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Trains roll again through fire-hit Eurotunnel

Latest update : 2008-09-14

Eurostar freight and passenger services resumed through the Channel Tunnel Saturday, two days after a blaze shut down the busy link between Britain and continental Europe. Car shuttle service will remain suspended over the weekend.

Freight services resumed through the Channel Tunnel and Eurostar passenger services made a slow comeback Saturday, two days after a blaze shut down the busy link between Britain and mainland Europe.
   
However, the car shuttle service between Folkestone and Calais would remain suspended over the weekend, operators Eurotunnel said.
   
Eurostar said it would run 12 trains each way between Paris and London on Saturday, and six trains each way between London and Brussels. The same levels were expected for Sunday.
   
The first Eurostar train to make the trip from Paris Saturday arrived in London's St Pancras station at 8:18 a.m. (0718 GMT), 20 minutes behind schedule, an AFP journalist on board said.
   
"Please excuse us for the small delay," the train's conductor announced as the train pulled into the station.
   
There was a slight smell of smoke in the first few kilometres of the tunnel but it soon disappeared.
   
Passengers were surprised to find that despite services being halted since Thursday, the train was not full and they were able to pick and choose their seats.
   
"Passenger traffic will remain disrupted. For the present, the number of passengers is still low but we expect it to pick up a great deal during the course of the day," a Eurostar spokeswoman said.
   
The first trains to run carried a "few hundred passengers," she said, adding that levels were between 20 and 30 percent, against an average of 80 percent during weekends.
   
Eurostar is offering to refund the estimated 15,000 passengers stranded on Thursday after the fire or to swap tickets for a later date.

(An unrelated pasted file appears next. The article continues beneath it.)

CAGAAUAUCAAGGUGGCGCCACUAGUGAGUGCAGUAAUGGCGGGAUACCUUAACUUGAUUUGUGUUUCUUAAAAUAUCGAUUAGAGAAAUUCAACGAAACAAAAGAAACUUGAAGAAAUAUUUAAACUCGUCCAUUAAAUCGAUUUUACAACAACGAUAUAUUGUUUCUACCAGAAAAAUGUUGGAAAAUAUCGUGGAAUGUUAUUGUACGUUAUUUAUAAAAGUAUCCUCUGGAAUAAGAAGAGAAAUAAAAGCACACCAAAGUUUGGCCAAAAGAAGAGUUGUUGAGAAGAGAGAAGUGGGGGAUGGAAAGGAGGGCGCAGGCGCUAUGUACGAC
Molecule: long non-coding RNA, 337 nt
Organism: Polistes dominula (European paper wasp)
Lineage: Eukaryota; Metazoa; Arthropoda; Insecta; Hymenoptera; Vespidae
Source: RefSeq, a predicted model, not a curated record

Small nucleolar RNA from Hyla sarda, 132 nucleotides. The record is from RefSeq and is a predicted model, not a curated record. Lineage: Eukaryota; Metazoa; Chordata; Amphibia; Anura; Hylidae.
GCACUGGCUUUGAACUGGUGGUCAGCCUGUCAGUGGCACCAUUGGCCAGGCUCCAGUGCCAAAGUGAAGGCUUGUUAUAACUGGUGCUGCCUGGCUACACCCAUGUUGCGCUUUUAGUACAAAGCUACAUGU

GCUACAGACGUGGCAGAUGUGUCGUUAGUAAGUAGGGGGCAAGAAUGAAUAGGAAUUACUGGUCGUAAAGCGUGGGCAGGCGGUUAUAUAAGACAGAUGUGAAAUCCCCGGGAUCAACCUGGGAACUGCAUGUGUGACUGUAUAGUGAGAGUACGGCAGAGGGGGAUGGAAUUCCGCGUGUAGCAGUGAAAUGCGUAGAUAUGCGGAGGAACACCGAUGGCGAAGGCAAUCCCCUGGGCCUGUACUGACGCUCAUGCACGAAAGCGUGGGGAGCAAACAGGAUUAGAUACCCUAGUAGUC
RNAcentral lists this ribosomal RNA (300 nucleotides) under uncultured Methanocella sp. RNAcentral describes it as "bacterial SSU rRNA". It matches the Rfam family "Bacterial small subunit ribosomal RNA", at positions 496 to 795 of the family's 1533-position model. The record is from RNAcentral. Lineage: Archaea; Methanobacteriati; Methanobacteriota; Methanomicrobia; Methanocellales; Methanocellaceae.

The passenger traffic was using only the south tunnel which was unaffected by the 1,000 degree Celsius inferno that raged inside the parallel north tunnel.
   
The world's longest uninterrupted undersea link reopened to freight services late Friday, a spokesman for operators Eurotunnel told AFP.
   
"Our inspections are now completed," said Eurotunnel chief executive officer Jacques Gounon on French television.
   
"Installations in the south tunnel, which was not touched by fire, are in excellent condition," he said, as the exact cause of the inferno remained under investigation.
   
The fire -- the third to strike the 50-kilometre (30-mile) tunnel since it opened in May 1994 -- claimed no fatalities, but it left tens of thousands of travellers stranded or forced to change their travel plans.
   
Extra flights, buses and cross-Channel ferries were laid on. On Friday alone, some 30,000 travellers had been booked to ride a total of 50 Eurostar trains -- all of which were cancelled.
   
To add to Britain's travel turmoil Friday, the country's third largest tour operator went bust.
   
Airports saw chaotic scenes after the XL Leisure Group called in the administrators, leaving tens of thousands of passengers stranded, while travellers booked for the tunnel scrambled to find alternative routes.
   
British and French firefighters on Friday put out the inferno deep inside the north tunnel, after battling all Thursday night in relay teams as the temperature soared to 1,000 degrees Celsius (1,830 degrees Fahrenheit).
   
Nearly all 27 lorries riding the 700-metre-long France-bound train on which the fire broke out were burned, and Eurotunnel said it would take weeks to rebuild the stricken section of tunnel.
   
"We need to redo the electricity, the concrete, everything you do when a house burns down," a Eurotunnel spokeswoman said.
   
The fire-stricken train was about 12 kilometres (seven miles) from the Calais exit on the French side of the 50.5-kilometre (31.4 mile) tunnel when it caught fire, officials said.
   
Thirty-two truck drivers on the shuttle smashed windows to escape and get into the service tunnel from where they were evacuated. Six people were injured in the third major blaze since the tunnel under the Channel opened in May 1994, all of them on freight shuttles.
   
Officials said they suspected the fire started in a truck's braking system that overheated and spread to a tyre, but Eurotunnel's Gounon said it was too soon to say with any certainty what the cause was.
   
Service was disrupted for months after the first serious incident in the tunnel on November 18, 1996, when a fire broke out on a late-night freight shuttle injured eight people.
   
On August 21, 2006, the tunnel was closed for several hours after a truck engine caught fire, sending smoke through the tunnel.

Date created : 2008-09-13

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